High Desert jobless rates still falling
Updated On: Mar 11 2014 01:21:06 AM CDT
The New Year started much as 2013 ended, with Central Oregon unemployment rates on the decline and seasonally adjusted employment on the rise, the Oregon Employment Department reported Monday.
Although Crook County still maintains one of the highest levels of unemployment, the seasonally adjusted unemployment rate dropped 2.7 percentage points over the past year, to 10.9 percent in January, said Regional Economist Damon Runberg
The Bend MSA (Deschutes County) continues to experience sustained economic growth, Runberg said.
The county posted a significant drop in its seasonally adjusted unemployment rate, down to 8.6 percent. Over the past year, Deschutes County gained jobs at a faster pace than any other metropolitan area in Oregon, the state economist noted.
Jefferson County’s unemployment rate dropped to 9.7 percent, the lowest rate since summer 2008. The national unemployment rate was 6.6 percent in January, while the state rate was at 7 percent.
Crook County: Crook County’s seasonally adjusted unemployment rate was 10.9 percent in January, down from 11.2 percent in December. Harney County (11.6%) in Eastern Oregon was the only county to post a higher unemployment rate than Crook County. However, Crook County’s seasonally adjusted unemployment rate is down significantly from the January 2013 rate of 13.6 percent.
The county lost 150 jobs in January, which is expected this time of year.
Seasonal job losses continued in industries, such as leisure and hospitality (-40); construction (-30); and retail trade (-20).
Over-the-year private-sector gains slowed, up only 80 jobs from last January. These gains were concentrated in manufacturing (+30) and professional and business services (+30). Local government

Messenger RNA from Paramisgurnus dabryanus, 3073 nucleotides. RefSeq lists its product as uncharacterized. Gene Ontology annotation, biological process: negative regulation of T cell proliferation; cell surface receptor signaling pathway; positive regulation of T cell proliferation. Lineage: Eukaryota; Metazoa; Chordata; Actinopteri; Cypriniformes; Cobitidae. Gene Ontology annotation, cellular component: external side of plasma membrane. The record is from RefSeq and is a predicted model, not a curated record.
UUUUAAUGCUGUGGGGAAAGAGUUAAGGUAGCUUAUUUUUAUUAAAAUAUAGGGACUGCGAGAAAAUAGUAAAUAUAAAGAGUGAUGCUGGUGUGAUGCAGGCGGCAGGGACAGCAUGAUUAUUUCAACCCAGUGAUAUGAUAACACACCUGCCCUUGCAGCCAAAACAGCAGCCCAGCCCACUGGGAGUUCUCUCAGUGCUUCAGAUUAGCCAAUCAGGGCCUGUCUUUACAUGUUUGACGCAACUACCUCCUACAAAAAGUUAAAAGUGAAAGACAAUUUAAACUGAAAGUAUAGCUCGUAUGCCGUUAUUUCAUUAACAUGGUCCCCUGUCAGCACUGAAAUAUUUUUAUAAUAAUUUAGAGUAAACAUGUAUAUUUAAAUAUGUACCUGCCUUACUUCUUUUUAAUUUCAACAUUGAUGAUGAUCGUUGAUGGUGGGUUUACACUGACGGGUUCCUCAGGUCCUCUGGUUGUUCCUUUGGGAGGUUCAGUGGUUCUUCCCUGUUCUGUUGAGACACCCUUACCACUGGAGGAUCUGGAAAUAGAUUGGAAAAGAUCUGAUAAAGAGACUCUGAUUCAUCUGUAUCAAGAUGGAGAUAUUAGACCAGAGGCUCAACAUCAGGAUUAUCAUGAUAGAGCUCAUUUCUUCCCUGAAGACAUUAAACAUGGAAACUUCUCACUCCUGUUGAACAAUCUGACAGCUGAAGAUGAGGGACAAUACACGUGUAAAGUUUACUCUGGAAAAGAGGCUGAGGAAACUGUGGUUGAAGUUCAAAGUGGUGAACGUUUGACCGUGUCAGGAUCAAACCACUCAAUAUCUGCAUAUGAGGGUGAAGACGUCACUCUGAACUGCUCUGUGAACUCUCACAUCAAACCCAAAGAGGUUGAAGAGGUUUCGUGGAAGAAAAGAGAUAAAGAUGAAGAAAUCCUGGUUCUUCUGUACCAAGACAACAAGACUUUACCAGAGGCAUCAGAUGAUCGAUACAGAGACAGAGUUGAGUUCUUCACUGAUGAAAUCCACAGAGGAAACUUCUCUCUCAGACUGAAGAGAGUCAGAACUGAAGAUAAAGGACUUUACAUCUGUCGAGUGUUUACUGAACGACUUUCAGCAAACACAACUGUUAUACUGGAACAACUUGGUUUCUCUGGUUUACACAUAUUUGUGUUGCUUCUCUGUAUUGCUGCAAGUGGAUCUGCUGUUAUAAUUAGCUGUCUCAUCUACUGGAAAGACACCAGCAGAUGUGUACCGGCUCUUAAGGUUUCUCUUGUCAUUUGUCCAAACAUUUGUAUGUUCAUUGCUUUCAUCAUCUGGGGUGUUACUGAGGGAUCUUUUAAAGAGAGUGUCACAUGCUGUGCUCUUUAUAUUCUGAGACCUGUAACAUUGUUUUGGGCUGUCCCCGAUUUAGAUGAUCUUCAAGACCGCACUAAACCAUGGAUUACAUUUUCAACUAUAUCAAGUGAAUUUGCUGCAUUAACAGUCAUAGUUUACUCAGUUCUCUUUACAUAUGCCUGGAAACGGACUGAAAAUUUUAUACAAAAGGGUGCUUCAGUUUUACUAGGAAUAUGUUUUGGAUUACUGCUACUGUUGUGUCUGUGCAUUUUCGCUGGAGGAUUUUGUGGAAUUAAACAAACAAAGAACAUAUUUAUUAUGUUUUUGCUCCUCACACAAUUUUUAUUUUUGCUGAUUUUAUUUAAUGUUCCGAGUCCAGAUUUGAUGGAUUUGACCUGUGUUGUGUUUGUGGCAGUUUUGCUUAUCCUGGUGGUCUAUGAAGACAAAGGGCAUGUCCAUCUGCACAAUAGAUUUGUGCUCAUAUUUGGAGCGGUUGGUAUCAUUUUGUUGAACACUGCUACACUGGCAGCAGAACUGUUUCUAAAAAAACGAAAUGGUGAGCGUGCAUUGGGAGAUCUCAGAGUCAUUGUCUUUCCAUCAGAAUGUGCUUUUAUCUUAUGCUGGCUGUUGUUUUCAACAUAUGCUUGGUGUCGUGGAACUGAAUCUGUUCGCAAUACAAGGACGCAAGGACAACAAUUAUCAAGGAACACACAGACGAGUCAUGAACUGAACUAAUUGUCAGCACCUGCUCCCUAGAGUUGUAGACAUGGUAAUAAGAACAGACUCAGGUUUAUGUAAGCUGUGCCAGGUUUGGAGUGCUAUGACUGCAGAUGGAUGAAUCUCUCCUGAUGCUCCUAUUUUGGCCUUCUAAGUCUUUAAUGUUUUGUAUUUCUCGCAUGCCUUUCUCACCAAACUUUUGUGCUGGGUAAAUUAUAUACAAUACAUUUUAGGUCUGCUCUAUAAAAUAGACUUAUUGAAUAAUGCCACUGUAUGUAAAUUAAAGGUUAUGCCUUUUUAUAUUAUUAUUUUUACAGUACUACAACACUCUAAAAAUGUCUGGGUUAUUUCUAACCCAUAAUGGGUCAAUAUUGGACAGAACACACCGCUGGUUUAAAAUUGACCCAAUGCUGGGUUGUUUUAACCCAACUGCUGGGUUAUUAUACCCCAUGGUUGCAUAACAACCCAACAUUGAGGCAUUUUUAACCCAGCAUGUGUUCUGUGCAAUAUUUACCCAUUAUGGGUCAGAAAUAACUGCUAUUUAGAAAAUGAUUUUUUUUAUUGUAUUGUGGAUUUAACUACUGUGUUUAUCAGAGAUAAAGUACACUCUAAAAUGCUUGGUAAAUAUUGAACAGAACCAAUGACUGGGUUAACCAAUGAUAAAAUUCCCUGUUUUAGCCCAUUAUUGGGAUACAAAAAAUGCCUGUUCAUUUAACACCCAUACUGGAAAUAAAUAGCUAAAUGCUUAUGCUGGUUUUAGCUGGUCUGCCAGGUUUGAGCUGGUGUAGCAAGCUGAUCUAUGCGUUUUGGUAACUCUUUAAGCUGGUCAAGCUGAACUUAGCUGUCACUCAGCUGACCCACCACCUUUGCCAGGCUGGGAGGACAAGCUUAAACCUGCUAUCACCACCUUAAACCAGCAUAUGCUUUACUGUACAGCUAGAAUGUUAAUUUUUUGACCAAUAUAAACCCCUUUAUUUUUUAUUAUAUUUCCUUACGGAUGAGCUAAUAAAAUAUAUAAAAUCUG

accounted for a loss of 30 jobs from last January.
Deschutes County (Bend MSA): Deschutes County’s seasonally adjusted unemployment rate dropped to 8.6 percent in January. The rate was 8.9 percent in December and 10.4 percent in January 2013. Deschutes County’s unemployment rate is improving faster than any other metropolitan area in Oregon.
Preliminary estimates from the federal Bureau of Labor Statistics (BLS) for the Bend metropolitan area show a decrease of 1,510 jobs in January. This represents a seasonally adjusted gain of 160 jobs. Monthly job losses continue to be concentrated in seasonal industries that typically see employment losses this time of year, such as retail trade (-500); professional and business services (-330); and mining, logging, and construction (-210).
Deschutes County’s 63,500 nonfarm jobs in January represent a 4 percent increase from last January (+2,450). The private-sector accounted for the vast majority of job gains over the past year. Large increases were seen in professional and business services (+690); educational and health services (+370); and mining, logging, and construction (+300). Local government was the only industry to post significant job losses from January 2013 (-120).
Jefferson County: The seasonally adjusted unemployment rate decreased in January to 9.7 percent, down from 9.9 percent in December. Over-the-year, Jefferson County’s seasonally adjusted unemployment rate dropped from the January 2013 rate of 12 percent.
Jefferson County lost 90 jobs in January when a loss of 190 jobs would typically be expected this time of year. January’s job losses were concentrated in leisure and hospitality (-40) and manufacturing (-30). In the public-sector, Indian tribal employment shed 30 jobs in January.
Over the past year, employment is up by 370 in Jefferson County. Manufacturing continues to lead job growth, up 130 from last year. Strong over-the-year gains were also seen in Indian tribal (+100), retail trade (+40) and educational and health services (+40).
Annual Benchmark Revisions: Each year, the Oregon Employment Department, in cooperation with the U.S. Bureau of Labor Statistics (BLS), revises payroll employment numbers for the two prior years. For the monthly data through December 2013, original survey-based estimates were revised with universe employment counts from the Unemployment Insurance tax system.
After the benchmarking process there were no major revisions. The Bend MSA (Deschutes County) experienced a slight upward revision in nonfarm payroll employment, an increase of less than 1 percent. Crook and Jefferson counties each experienced minor downward revisions of less than one percent. The new updated data is available on our website, www.qualityinfo.org.
These estimates will be revised as new data from businesses becomes available. The next Central Oregon Employment Situation with preliminary data for February 2014 will be released on Monday, March 24th.
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